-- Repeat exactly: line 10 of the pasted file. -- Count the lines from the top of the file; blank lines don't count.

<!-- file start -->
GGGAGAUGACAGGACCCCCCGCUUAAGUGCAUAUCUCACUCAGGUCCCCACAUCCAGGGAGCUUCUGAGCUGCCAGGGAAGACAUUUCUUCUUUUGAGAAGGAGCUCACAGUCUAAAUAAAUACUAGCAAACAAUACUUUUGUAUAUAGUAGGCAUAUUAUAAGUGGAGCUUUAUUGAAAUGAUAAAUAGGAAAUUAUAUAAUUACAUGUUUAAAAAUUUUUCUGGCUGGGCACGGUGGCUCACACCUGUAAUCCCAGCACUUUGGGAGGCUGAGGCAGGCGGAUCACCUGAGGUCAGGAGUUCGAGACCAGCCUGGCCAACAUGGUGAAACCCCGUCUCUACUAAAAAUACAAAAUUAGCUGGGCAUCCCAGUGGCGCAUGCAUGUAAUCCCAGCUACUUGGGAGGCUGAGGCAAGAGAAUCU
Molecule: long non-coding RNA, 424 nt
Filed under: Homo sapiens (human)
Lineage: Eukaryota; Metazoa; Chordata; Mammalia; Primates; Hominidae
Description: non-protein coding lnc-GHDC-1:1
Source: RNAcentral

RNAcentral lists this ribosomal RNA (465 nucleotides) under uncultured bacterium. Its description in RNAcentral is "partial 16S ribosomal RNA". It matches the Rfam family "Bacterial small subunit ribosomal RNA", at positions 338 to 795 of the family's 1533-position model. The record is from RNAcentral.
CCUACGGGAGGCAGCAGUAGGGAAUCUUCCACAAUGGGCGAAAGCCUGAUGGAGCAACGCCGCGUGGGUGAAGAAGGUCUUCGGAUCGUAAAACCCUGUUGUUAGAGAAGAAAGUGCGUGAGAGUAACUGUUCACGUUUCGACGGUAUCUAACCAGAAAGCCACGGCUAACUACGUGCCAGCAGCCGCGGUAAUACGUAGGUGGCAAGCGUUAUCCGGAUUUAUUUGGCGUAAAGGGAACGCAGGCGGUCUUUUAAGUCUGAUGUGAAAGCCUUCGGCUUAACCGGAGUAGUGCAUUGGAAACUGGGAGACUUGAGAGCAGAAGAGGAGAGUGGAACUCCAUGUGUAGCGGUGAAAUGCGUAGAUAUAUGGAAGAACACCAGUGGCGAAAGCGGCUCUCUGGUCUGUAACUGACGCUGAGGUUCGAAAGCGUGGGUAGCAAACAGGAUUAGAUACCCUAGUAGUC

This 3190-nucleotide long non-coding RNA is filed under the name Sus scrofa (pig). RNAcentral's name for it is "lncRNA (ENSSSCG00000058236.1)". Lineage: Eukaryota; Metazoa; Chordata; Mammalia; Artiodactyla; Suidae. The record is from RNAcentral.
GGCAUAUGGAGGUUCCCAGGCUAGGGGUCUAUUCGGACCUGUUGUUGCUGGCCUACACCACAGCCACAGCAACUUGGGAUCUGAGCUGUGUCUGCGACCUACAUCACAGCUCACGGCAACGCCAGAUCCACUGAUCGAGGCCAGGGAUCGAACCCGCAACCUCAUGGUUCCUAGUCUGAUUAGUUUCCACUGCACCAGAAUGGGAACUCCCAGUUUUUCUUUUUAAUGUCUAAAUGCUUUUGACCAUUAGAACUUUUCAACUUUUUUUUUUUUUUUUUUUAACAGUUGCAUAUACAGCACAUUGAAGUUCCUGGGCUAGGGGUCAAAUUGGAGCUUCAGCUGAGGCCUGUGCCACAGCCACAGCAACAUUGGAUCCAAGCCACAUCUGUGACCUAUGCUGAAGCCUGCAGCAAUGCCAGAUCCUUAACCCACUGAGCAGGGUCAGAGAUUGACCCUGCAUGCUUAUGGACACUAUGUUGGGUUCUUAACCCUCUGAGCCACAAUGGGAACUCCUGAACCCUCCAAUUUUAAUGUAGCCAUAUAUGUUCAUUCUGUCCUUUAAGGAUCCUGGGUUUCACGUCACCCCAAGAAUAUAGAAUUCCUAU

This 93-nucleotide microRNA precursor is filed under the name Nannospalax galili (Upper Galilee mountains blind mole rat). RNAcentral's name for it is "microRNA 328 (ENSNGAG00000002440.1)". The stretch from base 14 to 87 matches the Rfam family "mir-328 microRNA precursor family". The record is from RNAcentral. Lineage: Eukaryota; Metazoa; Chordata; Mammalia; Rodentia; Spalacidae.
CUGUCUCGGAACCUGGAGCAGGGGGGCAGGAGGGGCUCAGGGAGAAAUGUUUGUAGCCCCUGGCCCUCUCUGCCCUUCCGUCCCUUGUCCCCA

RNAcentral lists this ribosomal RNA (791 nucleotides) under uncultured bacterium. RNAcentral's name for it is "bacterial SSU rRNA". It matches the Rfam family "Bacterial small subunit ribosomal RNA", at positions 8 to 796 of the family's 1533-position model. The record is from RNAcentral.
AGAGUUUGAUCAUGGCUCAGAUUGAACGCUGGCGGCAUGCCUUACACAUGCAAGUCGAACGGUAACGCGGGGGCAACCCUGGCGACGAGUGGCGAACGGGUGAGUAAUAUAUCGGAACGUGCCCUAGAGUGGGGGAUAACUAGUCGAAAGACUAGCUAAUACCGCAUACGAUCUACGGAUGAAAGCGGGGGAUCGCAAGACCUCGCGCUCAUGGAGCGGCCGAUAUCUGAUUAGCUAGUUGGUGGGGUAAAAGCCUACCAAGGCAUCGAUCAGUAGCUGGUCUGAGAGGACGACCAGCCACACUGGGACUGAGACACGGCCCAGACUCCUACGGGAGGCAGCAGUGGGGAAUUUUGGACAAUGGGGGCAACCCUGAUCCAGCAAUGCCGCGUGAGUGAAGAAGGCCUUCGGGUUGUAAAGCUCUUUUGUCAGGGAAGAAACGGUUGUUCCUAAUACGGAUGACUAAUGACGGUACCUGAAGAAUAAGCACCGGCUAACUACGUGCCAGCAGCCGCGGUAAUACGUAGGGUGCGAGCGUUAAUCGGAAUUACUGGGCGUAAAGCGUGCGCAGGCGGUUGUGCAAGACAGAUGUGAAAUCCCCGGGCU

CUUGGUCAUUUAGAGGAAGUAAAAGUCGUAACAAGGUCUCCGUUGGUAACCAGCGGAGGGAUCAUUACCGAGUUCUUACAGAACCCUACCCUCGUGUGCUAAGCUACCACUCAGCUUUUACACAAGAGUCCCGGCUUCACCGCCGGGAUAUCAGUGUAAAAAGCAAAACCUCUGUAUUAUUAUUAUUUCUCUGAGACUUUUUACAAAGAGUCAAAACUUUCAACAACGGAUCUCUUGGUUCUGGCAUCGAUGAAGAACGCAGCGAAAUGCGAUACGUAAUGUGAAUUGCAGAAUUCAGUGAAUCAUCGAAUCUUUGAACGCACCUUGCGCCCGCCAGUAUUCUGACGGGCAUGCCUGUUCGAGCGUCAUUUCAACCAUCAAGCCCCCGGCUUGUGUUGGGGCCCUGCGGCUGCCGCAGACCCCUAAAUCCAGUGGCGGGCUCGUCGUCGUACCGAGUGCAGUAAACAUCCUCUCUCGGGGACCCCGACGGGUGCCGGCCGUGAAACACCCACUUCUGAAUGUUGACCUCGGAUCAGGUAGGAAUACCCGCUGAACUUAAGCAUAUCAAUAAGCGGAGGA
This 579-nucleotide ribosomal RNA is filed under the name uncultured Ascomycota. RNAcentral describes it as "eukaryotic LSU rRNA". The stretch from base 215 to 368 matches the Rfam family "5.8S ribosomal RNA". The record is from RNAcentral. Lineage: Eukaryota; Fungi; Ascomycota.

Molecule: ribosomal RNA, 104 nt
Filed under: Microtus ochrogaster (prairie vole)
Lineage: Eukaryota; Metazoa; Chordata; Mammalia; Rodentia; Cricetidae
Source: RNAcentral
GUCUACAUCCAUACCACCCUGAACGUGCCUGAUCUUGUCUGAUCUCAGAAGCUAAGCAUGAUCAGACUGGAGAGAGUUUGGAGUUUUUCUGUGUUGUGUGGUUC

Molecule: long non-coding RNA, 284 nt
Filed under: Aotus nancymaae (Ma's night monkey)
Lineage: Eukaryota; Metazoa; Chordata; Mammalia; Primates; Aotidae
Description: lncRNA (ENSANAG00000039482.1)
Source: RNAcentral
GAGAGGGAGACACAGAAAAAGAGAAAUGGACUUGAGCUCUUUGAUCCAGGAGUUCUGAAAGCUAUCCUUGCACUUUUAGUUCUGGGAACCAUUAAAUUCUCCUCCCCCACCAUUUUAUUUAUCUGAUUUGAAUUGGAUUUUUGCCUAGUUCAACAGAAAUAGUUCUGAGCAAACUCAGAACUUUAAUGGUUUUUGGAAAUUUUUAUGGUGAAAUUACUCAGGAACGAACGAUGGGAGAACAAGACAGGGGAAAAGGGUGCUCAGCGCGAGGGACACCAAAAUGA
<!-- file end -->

GGCAUAUGGAGGUUCCCAGGCUAGGGGUCUAUUCGGACCUGUUGUUGCUGGCCUACACCACAGCCACAGCAACUUGGGAUCUGAGCUGUGUCUGCGACCUACAUCACAGCUCACGGCAACGCCAGAUCCACUGAUCGAGGCCAGGGAUCGAACCCGCAACCUCAUGGUUCCUAGUCUGAUUAGUUUCCACUGCACCAGAAUGGGAACUCCCAGUUUUUCUUUUUAAUGUCUAAAUGCUUUUGACCAUUAGAACUUUUCAACUUUUUUUUUUUUUUUUUUUAACAGUUGCAUAUACAGCACAUUGAAGUUCCUGGGCUAGGGGUCAAAUUGGAGCUUCAGCUGAGGCCUGUGCCACAGCCACAGCAACAUUGGAUCCAAGCCACAUCUGUGACCUAUGCUGAAGCCUGCAGCAAUGCCAGAUCCUUAACCCACUGAGCAGGGUCAGAGAUUGACCCUGCAUGCUUAUGGACACUAUGUUGGGUUCUUAACCCUCUGAGCCACAAUGGGAACUCCUGAACCCUCCAAUUUUAAUGUAGCCAUAUAUGUUCAUUCUGUCCUUUAAGGAUCCUGGGUUUCACGUCACCCCAAGAAUAUAGAAUUCCUAU